CockacidalManiac Wed 30-Mar-16 00:34:21

I agree; people grow apart in LTR, that's why new people become available all the time.

BeastofCraggyIsland Wed 30-Mar-16 00:41:08

I met my DP when he was 36 (I was 32) and he definitely does not have any of the 'killer' bad points you mention at all. I agree with MarkR that it's about compatibility though. DP absolutely has his foibles and idiosyncrasies, as do I, but it just happens that our particular brands of weird are perfect for each other grin

Don't lose hope, there are absolutely good men over 35 out there. In DP's case, he and his most recent ex parted on good terms and he was then single for just over a year before he met me as he had set up his own business which was a free-time black hole. He just didn't have time to devote to a new relationship during that period and he isn't the casual dating/messing people around type. There really isn't always a terrible or sinister reason for it. He's not perfect by any stretch but he is honest, generous, motivated, hardworking, funny, kind, trustworthy AND over 35!

We met on match.com, give it a go wink

Aussiemum78 Wed 30-Mar-16 00:54:57

I'm the same. An abusive relationship and seeing a few friends break from abusive relationships has really jaded me.

I know there is good men out there, but I'm skeptical towards divorced men because even my ex comes across as a decent guy if you don't know him well. I think I'm hyper sensitive to red flags.

But that's how I know I'm not really ready to date yet. When I feel less cynical I'll think about dating.

Nellythekneenibbler Wed 30-Mar-16 05:42:38

I used to think the same as you op. I left an abusive relationship in my 40s and went about dating almost immediately, thinking the pool of decent unattached men left is only shrinking at this point. OLD is a minefield and you meet lots of nutters and on every date I started to think 'In what way is this one going to let me down?' That was until I met my current partner. He's 54, had two ltr but never married/had kids and he's the loveliest, kindest, most romantic man you could ever wish to meet. So there are good men out there, you just have to hunt really hard for them.

TheNaze73 Wed 30-Mar-16 07:18:10

It's exactly the same with women over 40. I thought the same, they all seemed to have hang ups, emotional baggage & I'm sure like with men, there are some batshit crazy ones out there. Cockacidal is right, people who marry or who start LTR in their 20's change, just need to look in the right places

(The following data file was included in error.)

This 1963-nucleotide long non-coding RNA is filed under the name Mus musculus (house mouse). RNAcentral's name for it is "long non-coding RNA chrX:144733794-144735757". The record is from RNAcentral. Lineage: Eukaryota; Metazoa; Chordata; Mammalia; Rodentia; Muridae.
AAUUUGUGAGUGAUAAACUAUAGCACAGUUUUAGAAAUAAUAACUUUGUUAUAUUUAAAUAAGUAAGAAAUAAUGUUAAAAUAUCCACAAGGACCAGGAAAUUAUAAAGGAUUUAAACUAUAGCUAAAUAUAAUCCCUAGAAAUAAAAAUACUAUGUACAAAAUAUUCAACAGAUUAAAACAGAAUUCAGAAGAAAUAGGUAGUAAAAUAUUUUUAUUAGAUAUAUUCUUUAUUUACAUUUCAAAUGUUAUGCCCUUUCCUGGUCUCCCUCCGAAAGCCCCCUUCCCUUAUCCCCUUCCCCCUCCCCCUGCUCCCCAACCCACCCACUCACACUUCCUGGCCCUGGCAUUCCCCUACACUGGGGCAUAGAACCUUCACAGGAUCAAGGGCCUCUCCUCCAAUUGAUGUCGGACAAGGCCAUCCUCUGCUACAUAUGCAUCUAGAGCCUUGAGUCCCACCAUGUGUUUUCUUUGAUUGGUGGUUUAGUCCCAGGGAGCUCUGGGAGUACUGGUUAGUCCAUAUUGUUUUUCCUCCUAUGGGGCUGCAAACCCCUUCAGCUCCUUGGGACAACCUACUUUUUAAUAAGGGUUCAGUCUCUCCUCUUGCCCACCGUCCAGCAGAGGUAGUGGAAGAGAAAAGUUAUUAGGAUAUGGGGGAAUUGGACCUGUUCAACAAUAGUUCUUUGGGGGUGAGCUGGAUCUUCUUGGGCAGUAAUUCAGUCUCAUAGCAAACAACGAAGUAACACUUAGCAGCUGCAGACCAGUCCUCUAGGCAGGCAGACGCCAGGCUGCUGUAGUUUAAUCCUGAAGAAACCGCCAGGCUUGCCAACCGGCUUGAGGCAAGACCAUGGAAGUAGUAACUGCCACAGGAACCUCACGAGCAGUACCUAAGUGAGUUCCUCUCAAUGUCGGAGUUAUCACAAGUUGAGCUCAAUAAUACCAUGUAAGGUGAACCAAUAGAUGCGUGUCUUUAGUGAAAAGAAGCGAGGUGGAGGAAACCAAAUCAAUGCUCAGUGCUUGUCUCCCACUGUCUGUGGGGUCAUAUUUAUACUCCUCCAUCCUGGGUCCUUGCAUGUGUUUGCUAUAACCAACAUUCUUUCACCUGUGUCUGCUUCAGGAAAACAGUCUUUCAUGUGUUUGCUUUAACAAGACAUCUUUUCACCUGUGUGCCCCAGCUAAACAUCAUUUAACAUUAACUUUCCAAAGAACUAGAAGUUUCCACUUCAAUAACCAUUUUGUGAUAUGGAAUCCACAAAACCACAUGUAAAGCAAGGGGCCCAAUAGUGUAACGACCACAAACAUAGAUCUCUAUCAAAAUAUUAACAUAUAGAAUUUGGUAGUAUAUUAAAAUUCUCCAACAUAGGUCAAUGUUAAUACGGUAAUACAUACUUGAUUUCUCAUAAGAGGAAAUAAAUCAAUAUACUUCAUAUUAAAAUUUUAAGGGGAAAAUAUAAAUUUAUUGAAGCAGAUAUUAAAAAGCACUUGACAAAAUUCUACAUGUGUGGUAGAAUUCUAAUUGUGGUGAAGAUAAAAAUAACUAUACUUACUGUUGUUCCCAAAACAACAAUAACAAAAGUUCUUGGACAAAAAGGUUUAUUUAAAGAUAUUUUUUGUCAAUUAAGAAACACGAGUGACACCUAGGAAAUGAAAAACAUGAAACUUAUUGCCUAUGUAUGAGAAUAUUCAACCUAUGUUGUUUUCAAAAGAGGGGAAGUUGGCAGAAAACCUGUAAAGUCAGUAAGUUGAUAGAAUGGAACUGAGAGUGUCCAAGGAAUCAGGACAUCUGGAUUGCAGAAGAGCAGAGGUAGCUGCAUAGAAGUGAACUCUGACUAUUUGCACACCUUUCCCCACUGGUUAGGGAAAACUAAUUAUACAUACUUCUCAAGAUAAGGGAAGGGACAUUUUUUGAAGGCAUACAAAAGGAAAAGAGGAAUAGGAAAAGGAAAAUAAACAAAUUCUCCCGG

earlycomputers Wed 30-Mar-16 07:46:44

Thanks everyone! That has helped a lot - I feel much less cynical now! Now to work out how I am to meet mr right....

lottiegarbanzo Wed 30-Mar-16 08:04:05

Lots of men don't even think about settling down until they're 35. Quite normal. Less but increasingly so for women.

Trills Wed 30-Mar-16 08:21:39

If that were the case wouldn't it also be true of women who are single over 40?

Is there something wrong with YOU?

Or do you have some reason to believe that there are fewer "good men" than there are "good women"?

lottiegarbanzo Wed 30-Mar-16 08:24:42

Also totally agree about drifting apart. I've seen a '15 year itch' amongst a few couples who met at university.

That can be the point when one person suddenly realises they do want children and it's now or never, while the other still doesn't. Or there's an 'is this it? It's ok but isn't there more to life, while I'm still young?' moment. Or they just recognise that they're not the people they were and are no longer compatible.

Most I've seen have moved on to new, long-term relationships, some marriages, before long.

Trills Wed 30-Mar-16 08:38:03

It really is a shame that the only relationship breakups you've seen are ones where one party had something "wrong" with them, and that it's only people who have been widowed who you say "it's not their fault".

wallywobbles Wed 30-Mar-16 09:36:50

Got together with DP in our 40's. We had both had unfaithful partners. Best man I've ever met. 4 kids between us.

BillBrysonsBeard Wed 30-Mar-16 10:00:35

I know plenty of great men who became single in their 40s just because they and their wives had drifted apart, become incompatible etc. But to someone else they were amazing. The only thing is that they get snapped up quickly!

Join the discussion

Join the discussion

Registering is free, easy, and means you can join in the discussion, get discounts, win prizes and lots more.

Register now